What makes a science fiction writer?
- Being an avid science fiction reader. This provides a
background of the genre, and reveals what you like. It
seems to be very important to write what you like, else
motivation and ultimately quality will suffer.
- A desire, nay a compulsion to write, to be a storyteller.
Without this, the slow pace of measurable results kills all
motivation, sending the want-to-be writer into more immediately
- Imagination: ideas provide the feedstock of stories.
It is possible to write an unoriginal story, based upon
characters copied from the world around you, saying nothing new
and yet still be a success. However, that requires a lot
of skill in the art of storytelling. Many SF authors have
taken the alternative approach of having great ideas and letting
those ideas be the basis of the story instead of the characters.
- Voice and/or style: this is the essence that combines the
art of storytelling, the writer's imagination, and the
presentation of dialog, setting, and action into a unique
fingerprint of an individual writer. Voice can be
developed, but it cannot be taught.
- Last but not least is the craft, the implementation of the
story. The good news is that this, at least, can be
learned, and there are hundreds of books on the subject of "how
to write". The bad news is that writing a great story almost
invariably requires writing lots of bad stories first, in order
to practice and learn. I cringe when I remember the first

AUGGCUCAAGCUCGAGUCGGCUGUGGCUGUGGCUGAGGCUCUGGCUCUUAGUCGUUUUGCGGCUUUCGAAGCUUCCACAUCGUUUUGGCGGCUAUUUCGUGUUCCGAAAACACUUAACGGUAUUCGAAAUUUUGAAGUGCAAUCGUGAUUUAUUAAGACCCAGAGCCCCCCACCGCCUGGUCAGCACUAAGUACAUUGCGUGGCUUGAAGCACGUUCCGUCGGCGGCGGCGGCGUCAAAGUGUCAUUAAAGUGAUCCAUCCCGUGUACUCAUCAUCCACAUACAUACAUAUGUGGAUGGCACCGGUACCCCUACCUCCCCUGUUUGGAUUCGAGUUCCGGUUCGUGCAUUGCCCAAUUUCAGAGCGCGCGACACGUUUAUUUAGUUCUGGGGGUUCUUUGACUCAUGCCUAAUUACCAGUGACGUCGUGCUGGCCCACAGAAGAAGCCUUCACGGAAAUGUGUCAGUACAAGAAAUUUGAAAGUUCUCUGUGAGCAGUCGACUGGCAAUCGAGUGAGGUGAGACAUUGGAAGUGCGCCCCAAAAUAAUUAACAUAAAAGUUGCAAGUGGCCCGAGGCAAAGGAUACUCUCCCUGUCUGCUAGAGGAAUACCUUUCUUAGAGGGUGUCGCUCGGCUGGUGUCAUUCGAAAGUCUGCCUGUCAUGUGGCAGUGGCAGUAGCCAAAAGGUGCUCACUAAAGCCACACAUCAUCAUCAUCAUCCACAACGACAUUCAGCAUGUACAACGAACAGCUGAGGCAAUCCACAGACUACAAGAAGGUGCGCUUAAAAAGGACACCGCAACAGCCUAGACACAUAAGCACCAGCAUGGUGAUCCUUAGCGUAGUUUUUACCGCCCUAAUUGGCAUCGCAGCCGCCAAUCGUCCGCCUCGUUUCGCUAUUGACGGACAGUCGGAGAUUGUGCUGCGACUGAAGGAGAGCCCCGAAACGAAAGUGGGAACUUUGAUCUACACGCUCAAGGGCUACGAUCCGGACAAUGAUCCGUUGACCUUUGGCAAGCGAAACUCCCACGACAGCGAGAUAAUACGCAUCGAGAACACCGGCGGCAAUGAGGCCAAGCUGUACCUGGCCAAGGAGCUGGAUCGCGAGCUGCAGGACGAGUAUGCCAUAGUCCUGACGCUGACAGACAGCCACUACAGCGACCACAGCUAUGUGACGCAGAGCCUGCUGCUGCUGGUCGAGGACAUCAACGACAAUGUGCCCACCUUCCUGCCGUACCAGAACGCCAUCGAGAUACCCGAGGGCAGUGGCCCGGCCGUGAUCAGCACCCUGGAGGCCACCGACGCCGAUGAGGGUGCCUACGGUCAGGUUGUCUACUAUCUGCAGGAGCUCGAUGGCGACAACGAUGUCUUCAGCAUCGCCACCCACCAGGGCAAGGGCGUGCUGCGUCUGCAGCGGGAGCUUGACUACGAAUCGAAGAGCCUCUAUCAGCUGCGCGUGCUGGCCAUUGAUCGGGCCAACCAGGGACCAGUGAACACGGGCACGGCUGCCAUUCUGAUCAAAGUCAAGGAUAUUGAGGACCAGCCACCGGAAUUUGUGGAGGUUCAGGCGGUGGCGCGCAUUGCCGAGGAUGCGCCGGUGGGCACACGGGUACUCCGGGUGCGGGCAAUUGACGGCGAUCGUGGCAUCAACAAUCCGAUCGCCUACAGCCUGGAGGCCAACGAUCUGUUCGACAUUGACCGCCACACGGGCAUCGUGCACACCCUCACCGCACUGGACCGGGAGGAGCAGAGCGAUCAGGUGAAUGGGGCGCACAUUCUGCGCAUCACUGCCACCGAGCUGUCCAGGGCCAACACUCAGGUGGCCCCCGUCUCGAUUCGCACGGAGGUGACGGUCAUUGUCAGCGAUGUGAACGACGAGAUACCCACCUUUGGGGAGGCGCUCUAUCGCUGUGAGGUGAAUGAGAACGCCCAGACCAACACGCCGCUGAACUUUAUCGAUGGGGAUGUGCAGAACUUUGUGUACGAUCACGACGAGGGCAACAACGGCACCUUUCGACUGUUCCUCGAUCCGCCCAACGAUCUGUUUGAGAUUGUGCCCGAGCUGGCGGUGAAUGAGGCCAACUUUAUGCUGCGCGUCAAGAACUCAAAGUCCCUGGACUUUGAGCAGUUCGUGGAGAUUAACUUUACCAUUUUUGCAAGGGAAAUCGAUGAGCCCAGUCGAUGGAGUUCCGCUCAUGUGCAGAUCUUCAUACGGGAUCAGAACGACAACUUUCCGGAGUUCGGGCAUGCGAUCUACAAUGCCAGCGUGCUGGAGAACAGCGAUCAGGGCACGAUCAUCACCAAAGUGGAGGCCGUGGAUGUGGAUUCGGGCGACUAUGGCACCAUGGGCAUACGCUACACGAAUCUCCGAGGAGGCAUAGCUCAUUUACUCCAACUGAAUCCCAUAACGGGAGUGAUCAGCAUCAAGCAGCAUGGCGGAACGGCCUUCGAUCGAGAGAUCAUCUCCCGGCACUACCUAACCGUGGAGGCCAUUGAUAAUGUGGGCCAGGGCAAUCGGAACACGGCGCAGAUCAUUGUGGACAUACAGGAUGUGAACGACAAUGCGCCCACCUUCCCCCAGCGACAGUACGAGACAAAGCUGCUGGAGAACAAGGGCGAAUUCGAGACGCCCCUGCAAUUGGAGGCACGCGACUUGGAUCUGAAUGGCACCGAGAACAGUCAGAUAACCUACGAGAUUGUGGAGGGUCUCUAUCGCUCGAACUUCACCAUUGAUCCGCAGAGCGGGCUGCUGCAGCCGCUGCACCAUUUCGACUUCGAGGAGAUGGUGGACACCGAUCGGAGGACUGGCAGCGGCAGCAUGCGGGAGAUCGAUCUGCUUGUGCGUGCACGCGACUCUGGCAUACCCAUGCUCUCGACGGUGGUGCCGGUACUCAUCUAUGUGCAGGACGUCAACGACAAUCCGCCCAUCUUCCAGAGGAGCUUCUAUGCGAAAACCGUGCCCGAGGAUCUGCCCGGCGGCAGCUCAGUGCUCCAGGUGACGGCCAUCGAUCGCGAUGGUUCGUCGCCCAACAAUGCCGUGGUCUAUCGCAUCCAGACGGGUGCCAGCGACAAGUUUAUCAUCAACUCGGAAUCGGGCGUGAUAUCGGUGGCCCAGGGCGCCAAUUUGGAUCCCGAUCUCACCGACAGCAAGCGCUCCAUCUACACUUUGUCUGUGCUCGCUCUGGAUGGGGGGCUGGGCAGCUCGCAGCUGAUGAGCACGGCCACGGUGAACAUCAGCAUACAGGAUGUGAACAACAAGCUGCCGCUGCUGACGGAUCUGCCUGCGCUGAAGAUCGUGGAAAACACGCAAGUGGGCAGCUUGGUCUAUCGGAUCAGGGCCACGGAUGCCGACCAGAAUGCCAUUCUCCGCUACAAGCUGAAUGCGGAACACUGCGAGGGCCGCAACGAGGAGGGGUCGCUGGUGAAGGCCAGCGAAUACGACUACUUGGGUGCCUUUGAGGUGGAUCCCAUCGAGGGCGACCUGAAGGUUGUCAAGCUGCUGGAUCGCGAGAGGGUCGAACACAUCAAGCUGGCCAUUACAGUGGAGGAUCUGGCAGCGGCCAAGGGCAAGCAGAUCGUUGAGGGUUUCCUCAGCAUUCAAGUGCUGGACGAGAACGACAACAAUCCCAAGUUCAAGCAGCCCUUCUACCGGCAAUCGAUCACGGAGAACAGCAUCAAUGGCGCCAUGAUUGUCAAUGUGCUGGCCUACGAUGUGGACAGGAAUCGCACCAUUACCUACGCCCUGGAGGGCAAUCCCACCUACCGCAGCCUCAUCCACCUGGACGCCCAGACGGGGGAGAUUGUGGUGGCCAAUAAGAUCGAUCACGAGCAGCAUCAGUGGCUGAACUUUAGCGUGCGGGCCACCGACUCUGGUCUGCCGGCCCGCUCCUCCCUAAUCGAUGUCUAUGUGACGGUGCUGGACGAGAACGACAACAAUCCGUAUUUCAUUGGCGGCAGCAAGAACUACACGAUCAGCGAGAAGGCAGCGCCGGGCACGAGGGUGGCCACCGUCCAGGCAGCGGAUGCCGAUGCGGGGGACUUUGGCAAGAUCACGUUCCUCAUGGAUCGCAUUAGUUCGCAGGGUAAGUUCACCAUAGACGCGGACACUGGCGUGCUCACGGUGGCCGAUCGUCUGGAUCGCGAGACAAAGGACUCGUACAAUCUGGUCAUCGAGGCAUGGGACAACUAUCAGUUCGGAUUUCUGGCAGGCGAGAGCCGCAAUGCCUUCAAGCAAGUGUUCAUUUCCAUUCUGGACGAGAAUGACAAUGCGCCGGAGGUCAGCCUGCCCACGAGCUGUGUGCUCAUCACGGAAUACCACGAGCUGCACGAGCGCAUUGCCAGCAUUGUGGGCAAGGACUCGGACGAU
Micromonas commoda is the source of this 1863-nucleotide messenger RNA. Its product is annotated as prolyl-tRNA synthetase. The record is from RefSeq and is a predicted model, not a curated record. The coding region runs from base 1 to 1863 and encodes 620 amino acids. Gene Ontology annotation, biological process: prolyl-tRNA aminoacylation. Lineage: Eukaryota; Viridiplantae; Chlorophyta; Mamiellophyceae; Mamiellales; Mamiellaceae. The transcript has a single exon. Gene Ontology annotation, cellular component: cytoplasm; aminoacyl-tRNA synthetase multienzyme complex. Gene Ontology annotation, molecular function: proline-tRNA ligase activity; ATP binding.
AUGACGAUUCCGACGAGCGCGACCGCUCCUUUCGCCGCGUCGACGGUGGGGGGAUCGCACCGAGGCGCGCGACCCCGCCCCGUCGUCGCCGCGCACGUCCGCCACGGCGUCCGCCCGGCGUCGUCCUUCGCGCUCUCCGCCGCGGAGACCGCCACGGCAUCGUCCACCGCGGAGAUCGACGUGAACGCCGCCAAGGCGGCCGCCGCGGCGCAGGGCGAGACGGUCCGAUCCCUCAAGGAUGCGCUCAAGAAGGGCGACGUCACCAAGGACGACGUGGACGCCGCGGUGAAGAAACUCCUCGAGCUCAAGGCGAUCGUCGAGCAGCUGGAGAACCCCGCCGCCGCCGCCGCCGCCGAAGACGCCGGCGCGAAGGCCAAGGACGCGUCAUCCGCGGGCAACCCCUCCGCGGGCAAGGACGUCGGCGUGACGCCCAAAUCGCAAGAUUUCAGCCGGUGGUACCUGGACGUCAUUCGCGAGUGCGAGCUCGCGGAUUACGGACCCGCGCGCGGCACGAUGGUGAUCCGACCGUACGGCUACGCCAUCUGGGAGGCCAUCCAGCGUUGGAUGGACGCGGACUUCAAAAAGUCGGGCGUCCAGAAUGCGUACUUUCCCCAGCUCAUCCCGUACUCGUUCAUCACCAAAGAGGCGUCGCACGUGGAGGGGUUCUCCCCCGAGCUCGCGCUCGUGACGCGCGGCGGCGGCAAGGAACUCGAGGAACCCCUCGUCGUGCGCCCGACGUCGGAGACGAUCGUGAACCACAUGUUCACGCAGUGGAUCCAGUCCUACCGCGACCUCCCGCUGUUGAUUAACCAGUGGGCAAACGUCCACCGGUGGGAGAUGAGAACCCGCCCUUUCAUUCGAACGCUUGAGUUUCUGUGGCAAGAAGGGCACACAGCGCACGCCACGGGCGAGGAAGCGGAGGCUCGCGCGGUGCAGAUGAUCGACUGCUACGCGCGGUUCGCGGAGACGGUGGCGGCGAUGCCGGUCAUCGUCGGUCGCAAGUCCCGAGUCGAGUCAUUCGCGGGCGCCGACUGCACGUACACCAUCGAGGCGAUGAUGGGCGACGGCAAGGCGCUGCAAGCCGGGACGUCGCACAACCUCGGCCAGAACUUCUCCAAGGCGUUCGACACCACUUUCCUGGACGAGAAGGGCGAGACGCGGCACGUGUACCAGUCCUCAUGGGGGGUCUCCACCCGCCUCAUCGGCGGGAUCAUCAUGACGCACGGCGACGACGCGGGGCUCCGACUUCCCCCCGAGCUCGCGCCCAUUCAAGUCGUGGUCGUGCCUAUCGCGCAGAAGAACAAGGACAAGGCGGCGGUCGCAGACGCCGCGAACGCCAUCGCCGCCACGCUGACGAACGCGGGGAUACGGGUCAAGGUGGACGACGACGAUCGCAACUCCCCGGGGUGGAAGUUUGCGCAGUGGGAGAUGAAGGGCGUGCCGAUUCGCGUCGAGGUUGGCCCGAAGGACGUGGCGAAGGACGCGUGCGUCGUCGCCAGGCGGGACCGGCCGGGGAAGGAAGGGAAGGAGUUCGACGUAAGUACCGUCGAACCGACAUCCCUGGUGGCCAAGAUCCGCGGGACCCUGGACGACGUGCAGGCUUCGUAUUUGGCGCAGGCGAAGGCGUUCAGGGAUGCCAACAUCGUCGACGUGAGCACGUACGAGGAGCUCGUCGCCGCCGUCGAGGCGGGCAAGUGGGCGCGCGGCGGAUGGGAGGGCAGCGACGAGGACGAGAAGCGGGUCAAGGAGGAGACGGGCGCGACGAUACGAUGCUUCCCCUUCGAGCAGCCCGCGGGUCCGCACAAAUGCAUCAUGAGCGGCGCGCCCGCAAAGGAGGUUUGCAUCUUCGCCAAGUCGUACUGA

SF story that I wrote. My more recent early attempts were
characterized by good ideas, settings, and dialog, but failed to
tell proper stories and failed to have strong endings. I
continue to learn.
Another vital resource is support from family, friends, and
especially fellow writers. It is difficult, perhaps impossible to
learn in a vacuum: one needs editors, people to provide motivation,
and perhaps most importantly a teacher or critique group that will
help improve your craft, pointing out mistakes, offering alternate
approaches. In science fiction & fantasy, the need for a
specialty group is possibly more important than in any other genre
because of the unique characteristics of speculative fiction: the
setting is often not contemporary or historical, yet must still in
some sense be believable; implications of new technologies must be
considered; and the use of metaphors should often be avoided,
especially in the beginning of a story as the rules of the story's
universe are being learned by the reader.
First things first: all Science Fiction and Fantasy
writers should subscribe to
LOCUS, our genre journal.
Locus is loaded with genre information including reviews,
interviews, and lists of newly accepted works (often complete
with agents name - a valuable piece of information if you would
like to find an agent who works with similar writers).
|A MUST READ:
How to Write Science Fiction & Fantasy by
Orson Scott Card. This book does an excellent job of describing
the essential differences between our genre and the rest
of the fiction universe. It also gives great
examples of common errors, lists of additional
resources, and of course practical advice from a Hugo & Nebula
TWO MUST SEE WEB SITES: